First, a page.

City laws cover more areas than state and federal laws, delineating 13 protected categories, compared with 11 delineated by the state and by the federal government. Many categories are covered by all three.

Most brokers are well aware of what’s against the law when it comes to race, religion and sex, Mr. Garfinkel said, but the laws on family status and occupation often draw gasps of surprise from brokers at his seminars. “But that’s exactly why we’re doing what we’re doing,” he said.

Mr. Garfinkel goes on to warn brokers that they should not identify the school districts where apartments are located. This, despite the fact that real estate ads often boast that an address is zoned for top-rated schools like P.S. 6 on the Upper East Side or P.S. 234 in TriBeCa.

He said that while it is all right to name a school district when specifically asked, the fact should not be advertised because some school districts have distinctive racial compositions and advertising the district could be seen as a way of expressing preference for a specific race. Brokers are often stunned by this prohibition, he said, “but I’m a lawyer, and I’m going by the strict letter of the law.”

Steven James, the president of all Manhattan offices of Prudential Douglas Elliman, said he had brought Mr. Garfinkel in to speak to his brokers because “people sometimes say stupid things without thinking, and this brings everybody back to reality.”

The brokers were in for some surprises. Mr. Garfinkel explained that to follow the city law regarding occupations, they should not ask people what they do for a living. “I think that blew everybody’s mind,” Mr. James said. “I don’t think we’ve recovered from that yet.”

The question is natural in the course of any getting-to-know-you conversation, Mr. James said, “but the point is what’s normal and everyday may not be legal.”

Mr. Garfinkel said that the occupation protection is often referred to as “the attorney law,” because it is meant to stop buildings from discriminating against lawyers — some buildings fear that they will be litigious and consequently bad neighbors.

“Conceptually, it makes sense to me because why is it relevant what a person’s title is as long as they can afford the apartment?” Mr. Garfinkel said.

Hall Willkie, the president of Brown Harris Stevens, said his firm had to turn down at least three exclusive sales in recent years because the owners insisted they did not want to sell to lawyers. “We’ve had to tell them that as licensed brokers, we’re sorry but we can’t do that,” he said.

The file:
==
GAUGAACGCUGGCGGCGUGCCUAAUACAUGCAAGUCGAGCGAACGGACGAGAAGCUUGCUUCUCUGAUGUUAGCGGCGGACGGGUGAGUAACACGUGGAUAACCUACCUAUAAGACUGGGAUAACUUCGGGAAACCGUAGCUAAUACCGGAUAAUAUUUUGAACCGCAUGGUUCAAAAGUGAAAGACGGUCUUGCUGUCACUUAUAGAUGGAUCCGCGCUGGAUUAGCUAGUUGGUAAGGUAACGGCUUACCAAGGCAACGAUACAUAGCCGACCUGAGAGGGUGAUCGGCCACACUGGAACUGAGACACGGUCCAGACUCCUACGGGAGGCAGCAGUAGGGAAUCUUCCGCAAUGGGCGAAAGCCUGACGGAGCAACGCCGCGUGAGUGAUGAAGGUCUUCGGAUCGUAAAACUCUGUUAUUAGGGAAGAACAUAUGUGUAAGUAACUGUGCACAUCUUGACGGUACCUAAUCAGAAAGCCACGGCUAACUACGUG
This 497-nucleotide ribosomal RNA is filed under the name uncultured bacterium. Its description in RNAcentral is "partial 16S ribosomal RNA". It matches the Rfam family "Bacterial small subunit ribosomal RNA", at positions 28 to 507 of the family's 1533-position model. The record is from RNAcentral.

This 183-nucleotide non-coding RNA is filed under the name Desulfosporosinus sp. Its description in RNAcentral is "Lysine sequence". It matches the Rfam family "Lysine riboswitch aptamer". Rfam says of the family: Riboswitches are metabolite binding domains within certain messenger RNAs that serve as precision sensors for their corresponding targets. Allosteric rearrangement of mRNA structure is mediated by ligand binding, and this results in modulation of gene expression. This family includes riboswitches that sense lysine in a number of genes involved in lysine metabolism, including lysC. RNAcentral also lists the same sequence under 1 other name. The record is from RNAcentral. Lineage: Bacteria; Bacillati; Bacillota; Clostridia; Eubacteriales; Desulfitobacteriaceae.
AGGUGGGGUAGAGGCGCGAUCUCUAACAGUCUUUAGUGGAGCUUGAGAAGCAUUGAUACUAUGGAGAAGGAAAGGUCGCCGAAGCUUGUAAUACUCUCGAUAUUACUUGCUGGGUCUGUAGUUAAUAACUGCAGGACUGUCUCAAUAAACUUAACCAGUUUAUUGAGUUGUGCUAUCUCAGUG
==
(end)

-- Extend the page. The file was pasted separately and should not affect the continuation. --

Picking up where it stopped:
“Some people think the laws go too far,” Mr. Willkie said. “But they need to go far, because these problems do exist.” Stepped up training, he added, “helps to sensitize us to try do what is right, and it prevents brokers from even inadvertently collaborating with owners to do something that the city has decided is not legal.”

The proposed law requiring co-op boards to give written explanations for their rejections gave impetus to the real estate board and the Council of New York Cooperatives and Condominiums to redouble their efforts at fair-housing training. The council and other co-op and condo organizations oppose the proposal and sent out an “action alert” last April urging their constituents to lobby City Council members and tell them that existing fair-housing laws make the bill unnecessary.

The real estate board and the co-op and condo council together have developed a two-page sheet on antidiscrimination requirements that they recommend be included in every application that goes before a co-op board. They also have put together a sheet on “buyer’s rights” that they recommend be given to every co-op applicant.

“It’s all part of an education process for board members and buyers, so that all sides understand what kinds of protections already exist and so they know what kinds of questions can and can’t be asked,” said Eva Talel, a real estate lawyer who advises the real estate board’s Residential Management Council.

The antidiscrimination sheet falls far short of the disclosure that would be necessary if the City Council passes the law on co-op rejections. Nearly two-thirds of the members of the City Council have signed on as co-sponsors, but the council speaker, Christine C. Quinn, has said she opposes the bill since existing housing discrimination laws already offer redress.

The proposed law would require co-op boards to provide a written explanation for any board rejection and to reveal the source of any negative information it received about a prospective buyer. Boards could be fined if they did not provide this information within five days of their decision.

Arthur I. Weinstein, a real estate lawyer and a vice president of the co-op and condo council, said that in an annual workshop on admissions procedures he presents to co-op board members, he urges them to review their application processes and to remove any questions that pertain to the 14 protected categories. “There’s always someone who says: ‘Oh my God, we ask those things all the time,’ ” he said. “It doesn’t matter how innocuous the question is. The trap is once you’ve asked it, you set yourself up for the charge that a rejection is based on that information.”